4.3 Inclusive growth and pro-poor growth

How can the fruits of economic growth be shared by the people, especially the poor? Since the twentieth century, development economics has summarized the models of “inclusive growth” and “pro-poor growth” based on the growth experiences of some developing countries. The concept of inclusive growth was first proposed by the Asian Development Bank in 2007. Its fundamental meaning is to share economic growth fairly and reasonably, wherein the most important performance is to narrow the income distribution gap, which involves equality and equity. The ultimate goal is to maximize the benefits of economic development for the general public. Related to this is the pro-poor growth advocacy, which focuses on the relationships among economic growth, inequality and poverty. The growth practice in developing countries shows that economic growth alone does not automatically benefit the poor, worse than that, the living standards of the poor may decline with economic growth without the advent of the “trickling-down effect.” In this context, people re-examine the relationships among economic growth, poverty and inequality and reach a consensus: the integration of high-speed economic growth with income distribution that is favorable for the poor can lead to the maximized decline of absolute poverty and the so-called pro-poor growth (Zhang, 2013). The pro-poor growth model emphasizes equalizing opportunities for growth, focusing on the poor, achieving full employment and making the growth rate of labor income higher than that of capital returns. It also emphasizes that to achieve a higher and sustainable economic growth rate, a country must – instead of just relying on social security and relief to help the poor – raise the opportunities for poor people to participate in the economic growth process to empower them and enable them to become a driver of economic growth. As a country undergoing a socioeconomic transition period, China must develop labor-intensive industries that can create jobs as much as possible and reduce unemployment. Therefore, the implementation of a rural revitalization strategy to enrich the peasants constitutes a major approach for poverty reduction and the realization of pro-poor growth.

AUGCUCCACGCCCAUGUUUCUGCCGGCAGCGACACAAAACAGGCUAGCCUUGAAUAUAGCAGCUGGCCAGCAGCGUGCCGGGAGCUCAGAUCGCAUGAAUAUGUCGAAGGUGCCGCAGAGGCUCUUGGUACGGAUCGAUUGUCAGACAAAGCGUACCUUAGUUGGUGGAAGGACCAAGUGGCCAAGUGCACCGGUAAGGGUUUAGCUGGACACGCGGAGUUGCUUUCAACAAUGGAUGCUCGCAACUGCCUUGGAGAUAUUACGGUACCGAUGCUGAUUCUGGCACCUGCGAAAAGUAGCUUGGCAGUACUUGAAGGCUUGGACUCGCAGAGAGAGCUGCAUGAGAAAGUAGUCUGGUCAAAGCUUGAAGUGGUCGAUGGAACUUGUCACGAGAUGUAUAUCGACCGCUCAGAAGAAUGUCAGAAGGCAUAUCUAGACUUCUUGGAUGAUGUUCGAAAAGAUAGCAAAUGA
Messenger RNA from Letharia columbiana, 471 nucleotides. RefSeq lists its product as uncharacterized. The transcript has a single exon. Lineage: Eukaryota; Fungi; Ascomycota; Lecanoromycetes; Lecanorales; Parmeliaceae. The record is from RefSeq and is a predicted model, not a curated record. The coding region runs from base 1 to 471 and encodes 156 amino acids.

As a recapitulation and generalization of China’s path-finding and practical experience, shared development embraces the connotations of inclusive growth and pro-poor growth while also highlighting the distinctive features of China’s growth and development path. China’s modernization is well underway, and the country is treading a unique path with its own characteristics, with shared development being one of its core values.

References

Deng, P. (2016), “The ethics of people’s livelihood and the idea of shared development”, Journal of Graduate School of Chinese Academy of Social Sciences, Vol. 37 No. 5, pp. 11-16.

Deng, X. (1993), Selected Works of Deng Xiaoping, Vol. 3, People’s Publishing House, Beijing, pp. 254-255.

Deng, X. (1995a), Selected Works of Deng Xiaoping, Vol. 3, People’s Publishing House, Beijing, p. 373.

Deng, X. (1995b), Selected Works of Deng Xiaoping, Vol. 3, People’s Publishing House, Beijing, p. 195.